A cautionary tale or the epitome of human idiocy? “Abducted in Plain Sight” is a roller coaster of unbelievably mortifying and absurd events surrounding the twice-abduction and brainwashing of Jan Broberg by family friend Robert “B” Berchtold.
The documentary opens with a voiceover by Berchtold talking about Jan. The actual narrative begins in June 1972 when the Brobergs met Berchtold and his family at church. The families quickly bonded and became inseparable, which gave Berchtold access to the then-twelve-year-old Jan. Over a reality television style confessional, Jan and her family members — her mother, father and two sisters — recount their own recollections of the time.
I don’t think viewers know what to make of the documentary when they finish watching it. The level of trust and naivete displayed by the Broberg parents surpasses idiocy. They allowed Berchtold to sleep in Jan's bed four times a week for six months right up until she was taken because Berchtold, after going away for therapy under counsel from high church officials, told them it was part of his treatment.
Both parents also engaged in sexual relationships with Berchtold, which gave him the leverage to force them to not press kidnapping charges after the first abduction. Berchtold had consecrated himself as such a “good guy” in the minds of the Brobergs that they did not believe Jan had been abducted and five days before alerting the authorities.
The documentary makes the Brobergs look like the most inept parents in the world, and truthfully, I am inclined to agree. They allowed Berchtold to manipulate them, communicate with them and even allowed him access to Jan after the first abduction, which led to the second one. Bertchtold's disturbing behavior is almost overshadowed by the ineptitude of the parents.
In the most distressing moment, Jan recounts how Berchtold utilized a recording to manipulate her, again a mere twelve-year-old, into believing she was part alien and had been chosen to bear a child that would save her home planet. The aliens in the recording, Zeta and Zethra, told her a male companion had been chosen (Berchtold) to assist her in the mission. If she failed to produce a child by the time she turned sixteen, her youngest sister would be taken in her stead.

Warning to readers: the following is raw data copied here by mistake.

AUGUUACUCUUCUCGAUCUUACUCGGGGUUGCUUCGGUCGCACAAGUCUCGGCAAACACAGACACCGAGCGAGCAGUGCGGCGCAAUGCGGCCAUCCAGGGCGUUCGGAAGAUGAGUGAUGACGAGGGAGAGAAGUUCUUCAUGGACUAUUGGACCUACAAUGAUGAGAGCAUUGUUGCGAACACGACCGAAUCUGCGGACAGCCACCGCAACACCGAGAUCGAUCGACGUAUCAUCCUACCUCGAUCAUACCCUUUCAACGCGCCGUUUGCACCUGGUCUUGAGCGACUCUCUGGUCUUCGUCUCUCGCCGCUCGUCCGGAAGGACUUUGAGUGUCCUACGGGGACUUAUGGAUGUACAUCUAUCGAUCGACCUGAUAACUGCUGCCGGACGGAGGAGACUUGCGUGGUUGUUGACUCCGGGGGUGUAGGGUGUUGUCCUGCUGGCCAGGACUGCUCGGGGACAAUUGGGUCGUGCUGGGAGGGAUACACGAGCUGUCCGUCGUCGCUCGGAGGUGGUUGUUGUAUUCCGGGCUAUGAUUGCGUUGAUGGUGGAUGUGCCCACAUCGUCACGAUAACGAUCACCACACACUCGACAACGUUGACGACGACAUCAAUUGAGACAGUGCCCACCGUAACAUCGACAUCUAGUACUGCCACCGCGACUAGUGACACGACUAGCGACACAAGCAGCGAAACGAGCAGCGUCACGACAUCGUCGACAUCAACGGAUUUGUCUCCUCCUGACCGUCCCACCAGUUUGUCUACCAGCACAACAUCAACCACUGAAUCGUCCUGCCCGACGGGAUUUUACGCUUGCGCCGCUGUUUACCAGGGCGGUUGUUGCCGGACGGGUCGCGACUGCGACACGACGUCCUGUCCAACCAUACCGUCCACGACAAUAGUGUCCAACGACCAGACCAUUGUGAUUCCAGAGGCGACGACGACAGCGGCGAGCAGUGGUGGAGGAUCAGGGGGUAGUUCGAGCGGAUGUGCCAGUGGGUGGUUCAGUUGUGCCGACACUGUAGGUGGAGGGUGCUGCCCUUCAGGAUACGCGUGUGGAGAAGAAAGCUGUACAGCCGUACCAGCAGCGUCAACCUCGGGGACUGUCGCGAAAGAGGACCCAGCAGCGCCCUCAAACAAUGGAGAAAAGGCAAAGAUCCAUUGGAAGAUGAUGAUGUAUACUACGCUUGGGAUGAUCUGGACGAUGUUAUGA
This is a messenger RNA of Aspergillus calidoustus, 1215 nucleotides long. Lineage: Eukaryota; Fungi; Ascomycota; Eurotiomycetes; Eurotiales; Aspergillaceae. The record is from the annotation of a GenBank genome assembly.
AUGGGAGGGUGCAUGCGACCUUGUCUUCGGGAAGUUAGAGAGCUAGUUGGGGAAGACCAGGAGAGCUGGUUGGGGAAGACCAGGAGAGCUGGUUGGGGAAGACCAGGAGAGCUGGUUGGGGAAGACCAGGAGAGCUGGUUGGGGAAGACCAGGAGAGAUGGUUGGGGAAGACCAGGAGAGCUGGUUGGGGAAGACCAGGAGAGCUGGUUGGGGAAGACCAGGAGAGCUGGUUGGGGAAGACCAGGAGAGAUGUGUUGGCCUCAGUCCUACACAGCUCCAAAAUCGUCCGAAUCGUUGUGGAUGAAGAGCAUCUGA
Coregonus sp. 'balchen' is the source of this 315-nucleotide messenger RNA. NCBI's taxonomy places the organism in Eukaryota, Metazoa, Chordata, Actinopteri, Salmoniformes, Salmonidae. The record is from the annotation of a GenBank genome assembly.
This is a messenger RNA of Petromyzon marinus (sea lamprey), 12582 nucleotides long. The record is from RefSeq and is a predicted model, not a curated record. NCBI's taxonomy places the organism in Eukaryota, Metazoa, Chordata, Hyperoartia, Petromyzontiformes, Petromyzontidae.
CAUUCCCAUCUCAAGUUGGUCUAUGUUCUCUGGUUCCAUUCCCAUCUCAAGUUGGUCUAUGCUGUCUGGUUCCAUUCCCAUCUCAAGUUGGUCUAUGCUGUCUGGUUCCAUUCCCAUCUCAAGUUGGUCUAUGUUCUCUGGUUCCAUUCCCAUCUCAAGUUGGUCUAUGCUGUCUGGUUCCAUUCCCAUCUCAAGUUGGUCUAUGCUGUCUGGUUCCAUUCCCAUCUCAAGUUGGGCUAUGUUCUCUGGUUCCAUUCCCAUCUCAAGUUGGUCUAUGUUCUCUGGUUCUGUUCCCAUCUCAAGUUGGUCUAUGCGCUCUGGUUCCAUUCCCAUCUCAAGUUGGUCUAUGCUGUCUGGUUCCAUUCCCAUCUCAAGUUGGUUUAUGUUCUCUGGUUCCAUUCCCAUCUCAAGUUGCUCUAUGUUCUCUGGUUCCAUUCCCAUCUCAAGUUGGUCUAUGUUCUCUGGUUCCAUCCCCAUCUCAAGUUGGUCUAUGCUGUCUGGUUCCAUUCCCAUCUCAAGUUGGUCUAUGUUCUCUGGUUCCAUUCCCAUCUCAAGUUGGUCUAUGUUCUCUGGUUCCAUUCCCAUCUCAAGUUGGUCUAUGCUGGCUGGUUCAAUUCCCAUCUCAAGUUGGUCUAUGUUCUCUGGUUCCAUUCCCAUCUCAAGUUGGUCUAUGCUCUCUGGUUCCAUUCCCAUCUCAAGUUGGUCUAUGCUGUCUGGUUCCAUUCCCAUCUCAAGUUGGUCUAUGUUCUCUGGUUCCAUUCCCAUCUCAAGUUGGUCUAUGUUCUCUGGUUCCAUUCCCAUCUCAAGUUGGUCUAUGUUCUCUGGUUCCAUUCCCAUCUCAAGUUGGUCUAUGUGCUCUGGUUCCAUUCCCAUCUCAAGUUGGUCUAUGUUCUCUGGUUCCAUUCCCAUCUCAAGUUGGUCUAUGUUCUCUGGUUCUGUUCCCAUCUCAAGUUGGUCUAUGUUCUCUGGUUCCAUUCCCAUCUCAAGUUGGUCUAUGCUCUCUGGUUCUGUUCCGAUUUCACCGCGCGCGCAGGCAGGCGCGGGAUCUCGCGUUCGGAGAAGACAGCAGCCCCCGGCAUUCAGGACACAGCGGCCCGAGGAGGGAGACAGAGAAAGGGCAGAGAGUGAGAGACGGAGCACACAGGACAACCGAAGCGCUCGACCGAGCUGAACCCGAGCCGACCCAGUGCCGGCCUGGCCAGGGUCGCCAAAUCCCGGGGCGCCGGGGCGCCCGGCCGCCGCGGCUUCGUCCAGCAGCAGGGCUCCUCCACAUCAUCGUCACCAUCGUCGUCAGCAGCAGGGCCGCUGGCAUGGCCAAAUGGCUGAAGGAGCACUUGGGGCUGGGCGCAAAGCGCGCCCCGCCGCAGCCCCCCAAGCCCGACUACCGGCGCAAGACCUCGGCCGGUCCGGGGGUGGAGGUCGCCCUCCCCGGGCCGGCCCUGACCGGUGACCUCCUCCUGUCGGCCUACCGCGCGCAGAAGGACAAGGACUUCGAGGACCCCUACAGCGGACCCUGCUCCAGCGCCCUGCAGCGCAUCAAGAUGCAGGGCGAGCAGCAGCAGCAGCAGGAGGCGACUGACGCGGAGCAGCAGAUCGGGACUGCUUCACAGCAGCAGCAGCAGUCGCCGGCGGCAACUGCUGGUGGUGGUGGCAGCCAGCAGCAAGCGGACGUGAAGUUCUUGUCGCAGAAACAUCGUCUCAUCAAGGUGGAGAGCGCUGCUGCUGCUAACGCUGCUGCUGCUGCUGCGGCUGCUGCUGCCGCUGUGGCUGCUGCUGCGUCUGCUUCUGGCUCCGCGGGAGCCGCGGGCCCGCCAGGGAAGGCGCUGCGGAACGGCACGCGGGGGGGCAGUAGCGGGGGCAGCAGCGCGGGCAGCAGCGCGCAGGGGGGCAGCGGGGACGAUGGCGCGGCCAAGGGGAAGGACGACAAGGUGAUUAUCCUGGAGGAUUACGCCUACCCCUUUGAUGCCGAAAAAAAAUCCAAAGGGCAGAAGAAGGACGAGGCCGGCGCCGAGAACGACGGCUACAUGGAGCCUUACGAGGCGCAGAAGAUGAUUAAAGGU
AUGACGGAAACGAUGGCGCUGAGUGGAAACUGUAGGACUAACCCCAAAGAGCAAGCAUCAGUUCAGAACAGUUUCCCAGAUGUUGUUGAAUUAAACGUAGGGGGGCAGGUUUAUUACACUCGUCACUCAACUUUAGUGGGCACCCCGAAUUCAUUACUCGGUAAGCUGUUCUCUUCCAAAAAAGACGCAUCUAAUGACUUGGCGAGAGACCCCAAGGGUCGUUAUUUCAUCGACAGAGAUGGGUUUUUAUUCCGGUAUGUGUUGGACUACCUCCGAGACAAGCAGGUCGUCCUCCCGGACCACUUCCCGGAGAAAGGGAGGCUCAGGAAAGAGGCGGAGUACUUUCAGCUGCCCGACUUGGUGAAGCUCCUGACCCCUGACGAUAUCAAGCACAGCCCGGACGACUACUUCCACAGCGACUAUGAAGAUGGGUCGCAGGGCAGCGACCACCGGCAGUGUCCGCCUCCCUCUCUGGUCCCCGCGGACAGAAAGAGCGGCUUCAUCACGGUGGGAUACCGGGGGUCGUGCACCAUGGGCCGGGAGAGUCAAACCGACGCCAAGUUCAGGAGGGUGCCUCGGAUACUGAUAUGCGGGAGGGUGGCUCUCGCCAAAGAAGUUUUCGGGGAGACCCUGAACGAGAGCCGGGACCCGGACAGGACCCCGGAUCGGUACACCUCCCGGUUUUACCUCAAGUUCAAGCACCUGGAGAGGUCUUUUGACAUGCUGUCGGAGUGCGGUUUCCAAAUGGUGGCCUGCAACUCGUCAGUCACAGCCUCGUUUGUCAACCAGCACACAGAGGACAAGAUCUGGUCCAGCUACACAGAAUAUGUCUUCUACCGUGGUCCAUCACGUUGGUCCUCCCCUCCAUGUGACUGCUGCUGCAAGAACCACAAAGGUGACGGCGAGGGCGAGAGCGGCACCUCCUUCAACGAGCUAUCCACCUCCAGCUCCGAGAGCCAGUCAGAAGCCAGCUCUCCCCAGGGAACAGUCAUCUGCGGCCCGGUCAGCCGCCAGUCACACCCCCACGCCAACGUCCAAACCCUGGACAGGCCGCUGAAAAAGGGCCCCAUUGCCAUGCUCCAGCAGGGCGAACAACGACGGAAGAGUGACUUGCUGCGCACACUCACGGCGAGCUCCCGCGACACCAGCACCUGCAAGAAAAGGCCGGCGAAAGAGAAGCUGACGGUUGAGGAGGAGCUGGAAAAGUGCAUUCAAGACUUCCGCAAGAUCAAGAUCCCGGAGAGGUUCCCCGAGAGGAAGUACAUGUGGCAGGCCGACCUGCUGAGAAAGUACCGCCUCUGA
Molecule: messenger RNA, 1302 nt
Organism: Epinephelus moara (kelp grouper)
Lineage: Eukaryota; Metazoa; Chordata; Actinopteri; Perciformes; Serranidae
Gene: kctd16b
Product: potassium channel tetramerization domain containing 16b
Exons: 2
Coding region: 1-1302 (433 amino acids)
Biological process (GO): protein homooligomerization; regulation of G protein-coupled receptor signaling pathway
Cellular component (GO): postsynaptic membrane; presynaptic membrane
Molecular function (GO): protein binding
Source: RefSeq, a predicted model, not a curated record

This created great distress for Jan, who believed the recording wholeheartedly. The ruse, in turn, gave Berchtold the perfect pretense to begin raping Jan. Unbeknownst to Jan and her family, and most frightening, Berchtold had already been molesting Jan, slipping her sleeping pills he claimed were vitamins and allergy pills.
The documentary is a sobering reminder of the danger that lurks outside doors and windows. Berchtold inserted himself into the Broberg family as a friend, gaining everyone’s trust and placing himself in the ideal position to abuse the young Jan.
The ever-trusting Broberg parents, unexposed to such situations and lacking the knowledge now available to parents and people everywhere, did not suspect anything, and when they did, still allowed it to happen. Their minds quite literally couldn’t fathom the idea that they were, for years, in the close proximity of a predator. The FBI agent had to drill it into their minds that their daughter had been abducted by Berchtold.
The documentary has a major flaw that detracts too much from the should-be focus of the story. Placing the focus on the parents, especially on their unrestrained confessionals, really detracts from what should be the focus — the brainwashing, abuse and rape of Jan Broberg at the hands of a known predator.
It’s hardly surprising that many viewers have expressed more outrage at the parents' behavior than at the actions of Berchtold, who committed suicide in 2005 in order to avoid serving time. The only thing I can say for certain is that it will leave you wondering what-the-Netflix you’ve just watched.